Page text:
Kiko was found at Niagara Falls, in a cement storefront, along with 29 monkeys and 19 exotic birds.
The NhRP says that Kiko suffers partial deafness as a result of physical abuse he suffered on the set of a made-for-TV Tarzan movie. He has an inner ear condition that requires him to take anti-motion sickness medication, especially during changes in barometric pressure.
The judges asked why Wise was not asking to set Tommy and Kiko free, but was requesting that they be moved to the Save the Chimps sanctuary in Florida.
In a previous denial of habeas corpus for Kiko in January 2015, a judge in Rochester, New York, argued that Kiko’s lawyers were not using the writ of habeas corpus correctly; that it could only be used to move someone from a place of confinement to absolute freedom whereas the NhRP was seeking Kiko’s transfer to an appropriate sanctuary.
Wise pointed out yesterday that there are numerous habeas corpus cases in which the plaintiff is moved from one facility to another, including from a mental hospital to a prison.
Wise also clarified to the judges that he is not seeking “human rights” for Tommy and Kiko, but rather legal rights that would give them protections under the law – namely, the right to bodily liberty.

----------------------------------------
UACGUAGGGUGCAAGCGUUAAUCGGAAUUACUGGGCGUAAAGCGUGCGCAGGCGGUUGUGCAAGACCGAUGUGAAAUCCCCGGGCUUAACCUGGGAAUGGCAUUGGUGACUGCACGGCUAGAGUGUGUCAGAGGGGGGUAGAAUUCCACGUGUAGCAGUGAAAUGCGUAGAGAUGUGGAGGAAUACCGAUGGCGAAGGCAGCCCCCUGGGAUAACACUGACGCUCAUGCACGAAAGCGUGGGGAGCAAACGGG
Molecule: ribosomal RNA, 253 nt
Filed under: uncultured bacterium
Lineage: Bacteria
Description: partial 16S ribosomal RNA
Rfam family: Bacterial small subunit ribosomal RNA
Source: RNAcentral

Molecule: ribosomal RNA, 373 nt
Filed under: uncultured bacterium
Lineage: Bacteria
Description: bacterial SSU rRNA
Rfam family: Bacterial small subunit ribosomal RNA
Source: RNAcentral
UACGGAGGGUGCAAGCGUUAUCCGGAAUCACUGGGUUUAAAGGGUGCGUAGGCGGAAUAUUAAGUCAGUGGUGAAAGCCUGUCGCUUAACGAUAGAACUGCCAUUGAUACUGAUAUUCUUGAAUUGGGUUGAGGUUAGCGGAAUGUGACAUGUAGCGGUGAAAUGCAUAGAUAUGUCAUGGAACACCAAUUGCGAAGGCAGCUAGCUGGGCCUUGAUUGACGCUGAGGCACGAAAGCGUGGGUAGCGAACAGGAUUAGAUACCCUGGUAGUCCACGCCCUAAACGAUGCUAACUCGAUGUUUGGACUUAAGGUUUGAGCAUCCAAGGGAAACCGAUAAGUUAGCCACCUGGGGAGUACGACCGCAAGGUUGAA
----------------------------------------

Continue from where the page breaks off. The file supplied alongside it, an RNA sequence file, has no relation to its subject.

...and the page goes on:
As the law currently stands, chimpanzees are considered “things,” and the only way to guarantee them fundamental rights would be to have them declared “persons”.
Wise says the basis of the legal cases brought by the NhRP is the same as that underpinning cases brought on behalf of slaves in the 18th and 19th centuries.
He points to the fact that, for centuries, there were many human beings who were legal things for one, and sometimes all, purposes. “Slaves, women, and children were all at some time legal things.”
There are many entities, Wise says, that are not human, and not even alive, but are considered to be legal persons. They include corporations, ships, and partnerships.
In New Zealand this week, the parliament passed a bill that recognises the legal personhood of the Whanganui River.
In July 2015, Justice Jaffe rejected the NhRP’s petition for a writ of habeas corpus for two other chimpanzees, Hercules and Leo, saying that “for now”, she was bound to follow the previous determination of the state appellate court in Tommy’s case.
Hercules and Leo are in captivity at the University of Louisiana’s New Iberia Research Center.
The NhRP is appealing against Justice Jaffe’s ruling and says the New York Supreme Court, Appellate Division, First Judicial Department, which will hear the appeal, is not bound by the Third Department’s decision.
Steven Wise, as seen with Teko in the documentary “Unlocking the Cage”. Photo courtesy of Hegedus and Pennebaker.
Wise has been battling for the rights of nonhuman animals for decades. “I think it went well,” he said after yesterday’s hearing. “It was a lot of questions really fast, which is what we like. Judges have concerns and questions, and it’s a privilege that they express their concerns so that I can address them.
“I thought we did address their concerns. All our arguments are grounded on fundamental ideas of justice. And I think when the judges sit down and look at them, they’ll see the truth in what we’re saying. The reasons that humans have rights are the same as to why nonhumans should have rights. I am eternally optimistic.”
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Categories: Wildlife and animal rights